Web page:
Bradford Motor City
Modified cars are ever-present on the streets of West Yorkshire. Here we look under the hood of a thriving, creative culture with deep roots in the South Asian community
On a cold, wet Saturday afternoon in November, a rainbow of cars pulled up on the slick Yorkshire flagstones outside Bradford City Hall: blue BMWs, Volkswagen Golfs of different hues, bright yellow Seats, silver Ford Mustangs, purple Porsches.
Owners stood proudly beside their vehicles, bonnets open, speakers pumping music, eager to talk mechanics, interiors and horsepower. The air was filled with chat about spoilers, rims and how to achieve the perfect shine. Onlookers of all ages milled around admiring the rides, which ranged from the classic to the souped-up.
It’s an eye-catching scene, but not entirely unusual. Customised cars are visible on almost every street in this city of more than 500,000 residents. According to Ali Yunis, one of the organisers of the Bradford Modified Car Club’s (BMCC) final meeting of the year, they have also been part of British Asian culture for decades.
“In Bradford we have a wide community of South Asians who are into cars,” he said. “But if you drive past the Saltaire and Shipley, you’ll see that white people have highly modified performance cars in their driveways too.”
Yunis’s observation is borne out by the crowd that has gathered for the event. They’re mostly young, working-class men and — in a city with a large Muslim population and often portrayed as segregated along racial lines — equal parts white and South Asian.
“I call this a show, because it’s bigger than a meet now,” Yunis explained. “It is bigger than just being about cars for me. I look at it as bringing people together. They come from all over the country — people of different skin tones and genders.”
One such person is Jamie Chambers, 20, who runs a business fitting car alarms in Bradford. He had spent the morning polishing his bright green Vauxhall Corsa VXR Nurburgring to a sheen so high I could see my face in its paintwork and happily told me how he had modified the car’s engine, added speakers and black alloy wheels.
“Everyone is down here,” he said of the show. “We’re all here for the same reason. It’s a massive way to make friends. Most of the time I’m not working, I’m working on my car or am at a meet. The car community pulls so many things and so many people from all walks of life. You just give each other a hand, get together and hang out.”
Yunis, 26, is a gas engineer and a youth worker by day. He has been running the BMCC since 2014 and views his role in the club as an extension of his community work. The organisation now has 15,000 followers on Instagram, TikTok and Facebook, and its events regularly attract visitors of all ages and backgrounds.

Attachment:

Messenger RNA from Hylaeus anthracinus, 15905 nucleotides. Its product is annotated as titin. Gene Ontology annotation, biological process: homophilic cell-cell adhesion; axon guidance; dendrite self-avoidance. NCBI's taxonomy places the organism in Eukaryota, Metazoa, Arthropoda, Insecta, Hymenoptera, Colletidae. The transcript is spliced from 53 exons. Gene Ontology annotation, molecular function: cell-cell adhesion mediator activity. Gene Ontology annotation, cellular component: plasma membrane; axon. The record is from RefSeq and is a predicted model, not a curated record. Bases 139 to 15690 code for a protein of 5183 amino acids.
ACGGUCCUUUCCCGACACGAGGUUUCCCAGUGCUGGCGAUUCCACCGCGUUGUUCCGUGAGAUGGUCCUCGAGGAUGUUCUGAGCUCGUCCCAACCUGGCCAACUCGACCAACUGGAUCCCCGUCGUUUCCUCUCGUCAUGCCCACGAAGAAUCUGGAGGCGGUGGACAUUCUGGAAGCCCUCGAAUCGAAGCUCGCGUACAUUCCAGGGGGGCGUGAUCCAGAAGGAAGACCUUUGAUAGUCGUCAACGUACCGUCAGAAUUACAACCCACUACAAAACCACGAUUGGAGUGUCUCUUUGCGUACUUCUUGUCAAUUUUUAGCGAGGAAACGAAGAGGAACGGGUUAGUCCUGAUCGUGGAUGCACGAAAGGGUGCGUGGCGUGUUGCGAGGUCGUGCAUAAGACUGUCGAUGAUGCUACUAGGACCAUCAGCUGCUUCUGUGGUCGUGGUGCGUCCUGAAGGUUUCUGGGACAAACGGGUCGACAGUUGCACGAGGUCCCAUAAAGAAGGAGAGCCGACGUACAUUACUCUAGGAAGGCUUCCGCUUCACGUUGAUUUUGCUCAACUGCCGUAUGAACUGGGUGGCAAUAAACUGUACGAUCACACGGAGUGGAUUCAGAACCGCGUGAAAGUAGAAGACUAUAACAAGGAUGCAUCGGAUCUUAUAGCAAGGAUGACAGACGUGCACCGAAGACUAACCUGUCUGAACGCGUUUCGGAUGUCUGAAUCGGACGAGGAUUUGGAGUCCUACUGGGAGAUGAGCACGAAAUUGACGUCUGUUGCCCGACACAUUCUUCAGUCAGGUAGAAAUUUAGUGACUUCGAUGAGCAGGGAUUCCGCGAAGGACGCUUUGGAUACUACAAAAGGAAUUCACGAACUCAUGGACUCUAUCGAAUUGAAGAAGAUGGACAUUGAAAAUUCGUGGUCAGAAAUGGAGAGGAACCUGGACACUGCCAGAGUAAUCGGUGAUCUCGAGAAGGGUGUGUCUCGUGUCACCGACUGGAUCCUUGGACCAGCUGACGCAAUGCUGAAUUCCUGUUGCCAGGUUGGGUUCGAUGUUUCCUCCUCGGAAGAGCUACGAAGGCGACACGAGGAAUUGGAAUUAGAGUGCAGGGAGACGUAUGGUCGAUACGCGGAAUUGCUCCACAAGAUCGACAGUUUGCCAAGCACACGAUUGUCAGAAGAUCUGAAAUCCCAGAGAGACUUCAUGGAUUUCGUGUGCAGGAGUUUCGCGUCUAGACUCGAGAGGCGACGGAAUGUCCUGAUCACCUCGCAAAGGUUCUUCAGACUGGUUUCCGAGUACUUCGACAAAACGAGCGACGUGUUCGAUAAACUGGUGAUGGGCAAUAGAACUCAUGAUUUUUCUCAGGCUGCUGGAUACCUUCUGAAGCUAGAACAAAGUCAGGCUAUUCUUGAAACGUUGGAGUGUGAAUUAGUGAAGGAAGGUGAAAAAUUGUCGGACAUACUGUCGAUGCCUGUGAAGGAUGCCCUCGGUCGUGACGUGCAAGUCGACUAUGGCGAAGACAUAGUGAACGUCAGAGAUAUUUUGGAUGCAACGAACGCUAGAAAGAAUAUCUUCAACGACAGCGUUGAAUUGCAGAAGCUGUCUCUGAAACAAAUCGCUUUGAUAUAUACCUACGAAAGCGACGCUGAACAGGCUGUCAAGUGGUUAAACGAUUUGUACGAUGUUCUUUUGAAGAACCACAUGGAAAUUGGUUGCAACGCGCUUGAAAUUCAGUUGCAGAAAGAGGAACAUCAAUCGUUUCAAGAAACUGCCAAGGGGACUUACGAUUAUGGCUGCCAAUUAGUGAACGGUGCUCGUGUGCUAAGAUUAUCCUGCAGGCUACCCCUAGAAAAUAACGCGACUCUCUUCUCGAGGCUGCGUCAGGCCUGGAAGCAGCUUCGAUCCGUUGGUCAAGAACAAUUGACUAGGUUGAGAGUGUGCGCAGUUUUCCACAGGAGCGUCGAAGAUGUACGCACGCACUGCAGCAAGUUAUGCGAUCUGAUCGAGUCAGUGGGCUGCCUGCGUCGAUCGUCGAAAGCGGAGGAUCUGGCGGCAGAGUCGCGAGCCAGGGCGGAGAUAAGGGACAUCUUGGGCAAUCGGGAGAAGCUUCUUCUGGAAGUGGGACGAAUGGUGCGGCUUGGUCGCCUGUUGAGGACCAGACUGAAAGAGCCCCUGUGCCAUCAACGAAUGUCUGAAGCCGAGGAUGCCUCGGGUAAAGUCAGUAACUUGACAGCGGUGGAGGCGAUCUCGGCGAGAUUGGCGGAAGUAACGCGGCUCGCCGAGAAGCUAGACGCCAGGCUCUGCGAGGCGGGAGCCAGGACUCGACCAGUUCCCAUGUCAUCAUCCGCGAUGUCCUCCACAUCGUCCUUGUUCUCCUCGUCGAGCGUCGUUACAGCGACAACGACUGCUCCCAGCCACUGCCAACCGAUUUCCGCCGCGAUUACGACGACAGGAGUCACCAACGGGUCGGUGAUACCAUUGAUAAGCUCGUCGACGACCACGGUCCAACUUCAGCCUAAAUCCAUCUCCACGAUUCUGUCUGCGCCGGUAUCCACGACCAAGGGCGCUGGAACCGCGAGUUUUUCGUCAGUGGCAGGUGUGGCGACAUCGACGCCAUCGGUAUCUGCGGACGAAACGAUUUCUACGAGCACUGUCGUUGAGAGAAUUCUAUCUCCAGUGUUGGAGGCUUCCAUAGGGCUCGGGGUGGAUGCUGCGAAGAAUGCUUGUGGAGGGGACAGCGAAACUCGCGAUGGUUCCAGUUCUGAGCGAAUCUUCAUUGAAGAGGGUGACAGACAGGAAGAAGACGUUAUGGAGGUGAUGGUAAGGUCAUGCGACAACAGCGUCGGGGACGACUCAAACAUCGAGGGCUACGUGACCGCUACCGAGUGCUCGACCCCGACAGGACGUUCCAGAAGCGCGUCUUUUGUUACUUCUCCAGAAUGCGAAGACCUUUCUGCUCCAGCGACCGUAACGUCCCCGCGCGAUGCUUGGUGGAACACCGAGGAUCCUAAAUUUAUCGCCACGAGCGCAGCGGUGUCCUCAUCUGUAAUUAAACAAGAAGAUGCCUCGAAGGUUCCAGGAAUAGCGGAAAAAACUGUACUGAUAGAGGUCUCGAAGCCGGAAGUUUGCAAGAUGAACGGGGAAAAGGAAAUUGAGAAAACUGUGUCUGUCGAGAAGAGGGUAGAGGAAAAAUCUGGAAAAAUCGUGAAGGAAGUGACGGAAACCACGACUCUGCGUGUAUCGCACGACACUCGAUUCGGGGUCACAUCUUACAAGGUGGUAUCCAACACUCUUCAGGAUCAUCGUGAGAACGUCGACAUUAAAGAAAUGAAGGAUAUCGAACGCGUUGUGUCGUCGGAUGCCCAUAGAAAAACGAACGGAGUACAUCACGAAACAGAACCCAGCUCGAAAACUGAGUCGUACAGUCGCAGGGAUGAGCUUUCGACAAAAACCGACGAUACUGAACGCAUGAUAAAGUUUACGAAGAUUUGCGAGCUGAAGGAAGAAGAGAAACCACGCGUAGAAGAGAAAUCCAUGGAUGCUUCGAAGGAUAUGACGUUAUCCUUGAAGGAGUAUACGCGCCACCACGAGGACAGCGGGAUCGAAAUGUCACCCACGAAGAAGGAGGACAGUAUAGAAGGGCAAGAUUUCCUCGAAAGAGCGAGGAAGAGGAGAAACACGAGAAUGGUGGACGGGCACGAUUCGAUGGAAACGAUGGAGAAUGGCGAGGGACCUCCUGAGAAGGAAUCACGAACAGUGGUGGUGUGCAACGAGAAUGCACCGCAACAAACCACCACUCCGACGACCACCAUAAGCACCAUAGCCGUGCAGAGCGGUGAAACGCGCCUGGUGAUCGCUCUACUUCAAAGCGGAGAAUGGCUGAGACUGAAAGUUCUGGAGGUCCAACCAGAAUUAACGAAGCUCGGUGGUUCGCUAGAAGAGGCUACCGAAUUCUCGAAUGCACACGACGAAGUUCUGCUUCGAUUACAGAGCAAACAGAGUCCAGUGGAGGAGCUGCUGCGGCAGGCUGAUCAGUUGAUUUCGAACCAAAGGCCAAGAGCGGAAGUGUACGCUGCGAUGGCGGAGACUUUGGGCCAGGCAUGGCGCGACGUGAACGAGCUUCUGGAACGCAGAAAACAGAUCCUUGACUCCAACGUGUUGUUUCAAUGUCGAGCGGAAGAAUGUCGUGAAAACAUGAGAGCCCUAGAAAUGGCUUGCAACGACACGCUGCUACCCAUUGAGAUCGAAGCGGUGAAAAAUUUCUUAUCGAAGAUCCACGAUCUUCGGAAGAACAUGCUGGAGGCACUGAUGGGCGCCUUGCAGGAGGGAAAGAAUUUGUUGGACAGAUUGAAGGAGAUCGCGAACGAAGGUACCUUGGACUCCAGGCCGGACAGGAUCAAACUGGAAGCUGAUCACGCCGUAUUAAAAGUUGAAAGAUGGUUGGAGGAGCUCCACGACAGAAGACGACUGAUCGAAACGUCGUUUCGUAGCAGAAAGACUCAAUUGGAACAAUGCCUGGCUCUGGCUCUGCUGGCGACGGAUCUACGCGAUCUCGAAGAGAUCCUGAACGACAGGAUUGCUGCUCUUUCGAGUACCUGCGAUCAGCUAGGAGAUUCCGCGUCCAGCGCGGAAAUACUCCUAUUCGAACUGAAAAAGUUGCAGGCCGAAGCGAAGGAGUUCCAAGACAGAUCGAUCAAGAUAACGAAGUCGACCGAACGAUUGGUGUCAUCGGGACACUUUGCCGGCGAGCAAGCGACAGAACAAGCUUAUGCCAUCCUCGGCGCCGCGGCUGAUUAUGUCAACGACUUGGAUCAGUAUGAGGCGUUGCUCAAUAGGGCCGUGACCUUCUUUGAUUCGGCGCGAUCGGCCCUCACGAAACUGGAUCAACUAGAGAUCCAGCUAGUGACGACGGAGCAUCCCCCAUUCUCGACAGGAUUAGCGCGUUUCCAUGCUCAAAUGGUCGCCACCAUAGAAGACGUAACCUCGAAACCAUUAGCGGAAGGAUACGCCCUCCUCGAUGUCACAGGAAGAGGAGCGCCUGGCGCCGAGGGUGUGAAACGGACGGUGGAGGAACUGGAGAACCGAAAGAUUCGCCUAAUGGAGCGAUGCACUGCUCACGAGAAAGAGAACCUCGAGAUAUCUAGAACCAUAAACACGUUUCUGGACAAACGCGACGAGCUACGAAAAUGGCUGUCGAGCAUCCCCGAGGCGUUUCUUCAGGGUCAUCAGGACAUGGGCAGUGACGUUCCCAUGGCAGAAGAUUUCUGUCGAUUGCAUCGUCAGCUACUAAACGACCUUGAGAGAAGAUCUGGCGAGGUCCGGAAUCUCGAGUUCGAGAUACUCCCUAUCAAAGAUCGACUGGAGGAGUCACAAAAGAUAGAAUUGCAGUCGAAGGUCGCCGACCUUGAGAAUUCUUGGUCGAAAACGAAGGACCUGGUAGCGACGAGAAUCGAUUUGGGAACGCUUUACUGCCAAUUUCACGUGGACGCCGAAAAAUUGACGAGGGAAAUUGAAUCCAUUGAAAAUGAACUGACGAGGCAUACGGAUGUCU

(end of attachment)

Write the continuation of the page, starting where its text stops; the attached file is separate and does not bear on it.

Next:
He describes the cars as labours of love that say something about their owners, be it through their booming speakers, candy-coloured paint jobs or low-riding suspension. “Some are into music, engine modification, the exterior look of the car, others the interior,” he added. “It’s all about personality and choice.”
Yunis’s big passion is Volkswagen Golfs. He owns five of them. “People often ask me why I do it,” he said. “I tell them that in the same way Van Gogh painted sunflowers, this is my form of expression. It’s not as famous, but it reflects me. When I have my paintwork, my private plates and music, it is my piece of art.”
Bradford has an unenviable reputation when it comes to cars. Insurance premiums are high, owing to the prevalence of “cash for crash” scams, in which drivers orchestrate accidents to claim compensation for injuries such as whiplash, and high levels of unlicensed and reckless driving. The city has also had a problem with underground car meets and boy racer culture in general. This has led the council to install noise-sensitive cameras and issue fines to drivers revving their engines antisocially in public.
Yunis is well aware of the popular perception of car meets, and while unsanctioned events still take place in car parks across the country, he is doing his best to change things in West Yorkshire.
“We have strict rules around the events. We work with the local council, and police are in attendance,” he said. “If I’ve spent £15,000 on a car, why am I going to drive down the road at 100 miles per hour? It sounds cheesy, but with great power comes great responsibility.”
Aneela Ahmad, who co-organises BMCC events, stands out from the crowd — and not just because of her yellow high-vis jacket,. She is one of a few women at the City Hall car show. Aged 24 and from Huddersfield, she works in social services, but spends most of her free time working on her seaside blue BMW 1 Series. She can’t recall how much she’s spent on her vehicle, but she has changed the body shape for a sportier look, had the exhaust changed and added a custom interior.
“When I look at it and compare it to how it looked, there’s nothing that feels as good,” she said.
That feeling of do-it-yourself accomplishment, she says, is especially powerful in working-class communities, where opportunities for self-expression and imagination are often limited.
“For some people, their car is their coping mechanism. You go through low points in your life and sometimes your car is what sees you through,” she told me.
Yunis and Ahmad are not the only people who are keen to draw attention to the grassroots creativity that drives West Yorkshire’s thriving modified car scene. Thanks to Dr Yunis Alam, a senior sociology lecturer whose research has focused on car culture among British South Asians, today’s event is being held in conjunction with the University of Bradford.